I’ll be the first to admit that the Northern Neck Food Bank today is not what we thought it would be when we started; and I simply could not be more pleased. Here’s the paradox: had I known what we would face in the first few years, I may not have felt up to the task. But having gone through it now and witnessing a community rally for its people and an organization, I couldn’t imagine life any other way.
The Northern Neck Food Bank was started years before we moved a single can of food. On 9/11 I was a heroin addict living in Kansas City listening to airplanes crash into the World Trade Center on my television. It started a change in my life that would lead to the methadone clinic, moving to the middle of nowhere, visiting a food pantry, volunteering to help move cases of food, meeting a beautiful woman, having beautiful children, and starting an organization. I found myself in a constant learning experience that eventually arrived at realizing I was husband material, I was capable of being a father, and I had leadership skills that I had no idea existed.
I am indebted to the people in this community; but more than that, I am indebted to the potential of humanity. It is that potential I am most drawn to as the director of this food bank. Whether it’s the potential to connect people to each other, or to bring innovations to an industry that will be unrecognizable in 10 years from what it is today. We are all called to find and utilize that potential in ourselves; and I am fortunate to live in a community that demonstrates that every day.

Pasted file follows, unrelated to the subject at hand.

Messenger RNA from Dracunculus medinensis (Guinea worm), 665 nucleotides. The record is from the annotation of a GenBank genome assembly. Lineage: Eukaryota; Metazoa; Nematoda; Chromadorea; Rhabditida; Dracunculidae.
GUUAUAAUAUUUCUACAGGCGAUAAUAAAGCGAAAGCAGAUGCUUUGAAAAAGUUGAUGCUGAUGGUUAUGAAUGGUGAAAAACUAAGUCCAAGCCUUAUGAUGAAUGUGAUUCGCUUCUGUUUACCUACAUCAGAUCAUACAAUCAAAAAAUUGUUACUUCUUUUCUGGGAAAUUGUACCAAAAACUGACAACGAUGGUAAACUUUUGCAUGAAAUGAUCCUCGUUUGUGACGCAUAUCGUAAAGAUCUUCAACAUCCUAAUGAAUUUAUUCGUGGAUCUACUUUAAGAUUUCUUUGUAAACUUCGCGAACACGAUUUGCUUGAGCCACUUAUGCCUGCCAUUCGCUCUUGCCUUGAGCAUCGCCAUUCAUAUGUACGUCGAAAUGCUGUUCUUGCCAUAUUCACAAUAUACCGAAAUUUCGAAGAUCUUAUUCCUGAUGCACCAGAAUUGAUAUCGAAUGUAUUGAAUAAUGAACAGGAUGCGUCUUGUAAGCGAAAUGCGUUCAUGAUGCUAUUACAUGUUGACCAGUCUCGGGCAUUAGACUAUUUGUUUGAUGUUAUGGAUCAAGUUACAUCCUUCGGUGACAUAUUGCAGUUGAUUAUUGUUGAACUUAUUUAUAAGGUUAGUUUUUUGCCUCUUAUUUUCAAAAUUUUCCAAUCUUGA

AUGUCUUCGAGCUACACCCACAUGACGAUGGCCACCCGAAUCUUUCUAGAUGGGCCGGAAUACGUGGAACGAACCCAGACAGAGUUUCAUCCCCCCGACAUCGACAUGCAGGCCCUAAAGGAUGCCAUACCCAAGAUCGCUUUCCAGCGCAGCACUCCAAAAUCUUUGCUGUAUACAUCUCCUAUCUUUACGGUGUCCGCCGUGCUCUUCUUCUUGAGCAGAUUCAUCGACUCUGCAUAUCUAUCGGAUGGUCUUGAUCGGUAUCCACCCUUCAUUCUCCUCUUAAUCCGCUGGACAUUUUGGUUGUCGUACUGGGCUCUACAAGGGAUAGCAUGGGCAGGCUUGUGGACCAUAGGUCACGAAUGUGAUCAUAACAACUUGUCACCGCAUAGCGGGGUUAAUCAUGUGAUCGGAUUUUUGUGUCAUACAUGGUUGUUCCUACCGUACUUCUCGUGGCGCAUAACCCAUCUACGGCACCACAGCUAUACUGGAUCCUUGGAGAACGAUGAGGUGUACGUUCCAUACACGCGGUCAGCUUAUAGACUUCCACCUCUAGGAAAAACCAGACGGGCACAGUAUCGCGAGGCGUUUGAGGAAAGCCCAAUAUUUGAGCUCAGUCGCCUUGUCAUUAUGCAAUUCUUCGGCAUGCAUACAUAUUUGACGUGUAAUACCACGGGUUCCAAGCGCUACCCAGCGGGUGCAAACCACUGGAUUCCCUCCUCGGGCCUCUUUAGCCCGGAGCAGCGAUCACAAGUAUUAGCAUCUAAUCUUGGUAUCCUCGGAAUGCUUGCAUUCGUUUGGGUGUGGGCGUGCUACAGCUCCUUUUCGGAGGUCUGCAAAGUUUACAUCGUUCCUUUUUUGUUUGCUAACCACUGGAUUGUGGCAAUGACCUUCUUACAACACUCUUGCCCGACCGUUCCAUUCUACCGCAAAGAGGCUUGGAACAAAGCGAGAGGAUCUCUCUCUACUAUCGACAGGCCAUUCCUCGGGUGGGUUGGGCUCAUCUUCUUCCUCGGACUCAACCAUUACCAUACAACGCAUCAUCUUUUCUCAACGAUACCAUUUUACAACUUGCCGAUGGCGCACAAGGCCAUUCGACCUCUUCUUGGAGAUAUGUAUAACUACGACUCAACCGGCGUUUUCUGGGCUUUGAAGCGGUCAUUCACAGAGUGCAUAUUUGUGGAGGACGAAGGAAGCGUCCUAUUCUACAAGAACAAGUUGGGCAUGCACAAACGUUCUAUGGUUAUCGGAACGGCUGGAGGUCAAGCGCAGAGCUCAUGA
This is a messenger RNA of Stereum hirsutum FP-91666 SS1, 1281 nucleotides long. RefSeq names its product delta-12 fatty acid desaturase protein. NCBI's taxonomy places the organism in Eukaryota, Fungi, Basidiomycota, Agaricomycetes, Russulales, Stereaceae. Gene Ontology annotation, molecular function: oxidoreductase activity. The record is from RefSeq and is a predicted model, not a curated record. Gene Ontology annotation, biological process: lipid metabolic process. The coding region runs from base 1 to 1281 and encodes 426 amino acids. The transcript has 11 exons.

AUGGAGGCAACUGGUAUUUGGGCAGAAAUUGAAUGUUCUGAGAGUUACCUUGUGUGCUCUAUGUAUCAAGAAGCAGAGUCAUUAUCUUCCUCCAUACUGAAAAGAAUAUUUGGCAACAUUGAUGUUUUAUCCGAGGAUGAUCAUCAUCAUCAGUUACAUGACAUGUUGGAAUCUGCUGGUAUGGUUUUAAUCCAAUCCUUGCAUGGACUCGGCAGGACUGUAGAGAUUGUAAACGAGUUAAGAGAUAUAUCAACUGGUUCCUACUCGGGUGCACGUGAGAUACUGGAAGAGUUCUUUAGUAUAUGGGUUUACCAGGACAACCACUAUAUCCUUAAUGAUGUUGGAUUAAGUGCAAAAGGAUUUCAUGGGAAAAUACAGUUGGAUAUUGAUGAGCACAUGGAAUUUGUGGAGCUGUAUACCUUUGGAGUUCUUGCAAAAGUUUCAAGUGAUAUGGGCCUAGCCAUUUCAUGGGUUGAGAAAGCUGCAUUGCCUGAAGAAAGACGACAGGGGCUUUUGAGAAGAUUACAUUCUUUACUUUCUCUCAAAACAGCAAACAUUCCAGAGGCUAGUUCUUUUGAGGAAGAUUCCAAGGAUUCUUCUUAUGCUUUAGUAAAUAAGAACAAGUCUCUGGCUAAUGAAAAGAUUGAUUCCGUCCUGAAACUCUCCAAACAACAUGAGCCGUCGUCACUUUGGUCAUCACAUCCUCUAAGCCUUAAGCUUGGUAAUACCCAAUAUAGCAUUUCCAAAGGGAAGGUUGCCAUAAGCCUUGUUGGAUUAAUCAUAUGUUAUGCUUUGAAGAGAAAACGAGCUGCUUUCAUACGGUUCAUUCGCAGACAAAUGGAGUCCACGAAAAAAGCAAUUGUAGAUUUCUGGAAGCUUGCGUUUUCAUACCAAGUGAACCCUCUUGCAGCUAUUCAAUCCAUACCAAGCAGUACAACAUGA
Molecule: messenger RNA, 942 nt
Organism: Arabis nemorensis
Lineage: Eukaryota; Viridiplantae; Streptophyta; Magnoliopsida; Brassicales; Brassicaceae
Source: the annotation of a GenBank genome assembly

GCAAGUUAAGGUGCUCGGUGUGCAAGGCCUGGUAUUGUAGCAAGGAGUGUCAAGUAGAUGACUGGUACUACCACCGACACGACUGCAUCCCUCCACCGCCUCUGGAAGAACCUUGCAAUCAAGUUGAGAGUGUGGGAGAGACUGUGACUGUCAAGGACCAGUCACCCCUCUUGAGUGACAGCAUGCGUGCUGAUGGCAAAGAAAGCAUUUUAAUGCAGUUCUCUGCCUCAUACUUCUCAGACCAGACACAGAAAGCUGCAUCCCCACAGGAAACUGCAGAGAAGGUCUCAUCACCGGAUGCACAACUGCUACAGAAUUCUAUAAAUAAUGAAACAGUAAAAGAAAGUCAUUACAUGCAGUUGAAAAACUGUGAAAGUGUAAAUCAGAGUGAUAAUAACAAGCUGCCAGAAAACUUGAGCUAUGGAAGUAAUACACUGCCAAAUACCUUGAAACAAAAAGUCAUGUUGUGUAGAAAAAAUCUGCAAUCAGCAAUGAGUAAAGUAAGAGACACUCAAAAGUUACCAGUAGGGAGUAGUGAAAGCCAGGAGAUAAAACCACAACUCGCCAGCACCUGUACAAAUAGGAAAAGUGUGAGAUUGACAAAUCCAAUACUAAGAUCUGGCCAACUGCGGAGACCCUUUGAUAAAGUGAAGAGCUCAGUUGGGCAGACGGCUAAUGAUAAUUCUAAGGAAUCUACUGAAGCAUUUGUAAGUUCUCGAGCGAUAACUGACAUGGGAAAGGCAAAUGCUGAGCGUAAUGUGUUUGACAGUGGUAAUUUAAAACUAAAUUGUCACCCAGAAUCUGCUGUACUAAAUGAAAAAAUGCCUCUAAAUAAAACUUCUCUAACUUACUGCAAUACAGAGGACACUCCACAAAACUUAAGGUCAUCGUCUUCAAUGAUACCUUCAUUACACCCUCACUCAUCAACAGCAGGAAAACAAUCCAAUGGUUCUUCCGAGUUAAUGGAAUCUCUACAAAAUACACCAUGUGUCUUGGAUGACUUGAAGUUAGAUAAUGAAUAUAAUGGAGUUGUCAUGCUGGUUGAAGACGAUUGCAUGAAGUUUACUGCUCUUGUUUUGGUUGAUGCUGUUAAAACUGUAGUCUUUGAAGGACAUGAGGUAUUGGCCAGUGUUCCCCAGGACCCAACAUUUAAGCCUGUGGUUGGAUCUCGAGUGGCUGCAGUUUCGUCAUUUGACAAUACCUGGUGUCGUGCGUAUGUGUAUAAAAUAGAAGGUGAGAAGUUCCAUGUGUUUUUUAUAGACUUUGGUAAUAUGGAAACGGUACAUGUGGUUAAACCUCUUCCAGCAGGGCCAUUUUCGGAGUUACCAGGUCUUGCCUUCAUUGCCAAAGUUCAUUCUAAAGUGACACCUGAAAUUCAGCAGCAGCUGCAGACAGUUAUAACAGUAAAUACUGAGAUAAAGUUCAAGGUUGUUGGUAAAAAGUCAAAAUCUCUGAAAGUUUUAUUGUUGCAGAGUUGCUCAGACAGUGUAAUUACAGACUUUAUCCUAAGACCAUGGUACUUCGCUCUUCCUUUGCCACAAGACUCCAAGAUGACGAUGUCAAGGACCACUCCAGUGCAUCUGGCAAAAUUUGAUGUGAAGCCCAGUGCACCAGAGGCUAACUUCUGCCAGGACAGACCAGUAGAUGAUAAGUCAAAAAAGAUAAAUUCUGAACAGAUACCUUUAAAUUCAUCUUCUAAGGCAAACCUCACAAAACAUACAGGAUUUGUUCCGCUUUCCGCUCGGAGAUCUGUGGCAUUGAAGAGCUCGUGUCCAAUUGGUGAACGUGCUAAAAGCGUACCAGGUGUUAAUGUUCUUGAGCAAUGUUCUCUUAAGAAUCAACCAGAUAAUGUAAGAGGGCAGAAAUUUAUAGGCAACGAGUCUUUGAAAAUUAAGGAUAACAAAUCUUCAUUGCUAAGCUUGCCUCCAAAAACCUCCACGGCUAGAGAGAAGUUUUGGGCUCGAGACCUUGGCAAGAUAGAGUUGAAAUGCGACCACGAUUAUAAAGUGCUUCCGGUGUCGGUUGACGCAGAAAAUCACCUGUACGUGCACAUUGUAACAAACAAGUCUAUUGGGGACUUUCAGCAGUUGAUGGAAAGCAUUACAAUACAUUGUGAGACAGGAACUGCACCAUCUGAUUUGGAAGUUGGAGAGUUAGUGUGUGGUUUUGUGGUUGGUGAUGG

-Lance Barton, CEO
This short documentary was made by Virginia Commonwealth University student Alex Kolotous.
Can you imagine starting a business, putting enormous energy and money into it, and never taking into consideration the needs of your customers? Sure you can, it’s called “a long list of failed businesses”. The Northern Neck Food Bank was started to address the need for food banks to get a better understanding of their client’s needs. In 2012 they asked every person who receives food in the five counties they serve a very simple question: “does anyone in your household have Type I or II diabetes”? The answer was yes from 32% of the households. If you take into consideration that the U.S. Department of Health believes that 1/3 of those with diabetes do not know it; then the answer is astounding.
For years (in the case of our director it’s been 10 years), food pantries and food banks have been distributing “what is available to them”. It is only in the last couple of years that a top-down examination of the QUALITY of the food we distribute has resulted in a major push to improve that food throughout the entire food bank industry. The decision to move towards fresh produce may have begun primarily as an answer to dwindling food sources; but the result of that decision is a new level of respect for the nutritious needs of the individuals we serve.
The regional and national shift to fresh produce has helped a small rural community find it’s place in the big picture. The Northern Neck produce growers have stepped up to the challenge in a way that is making waves across the country. The message is clear: rural communities will be a powerful partner for the future of food banks.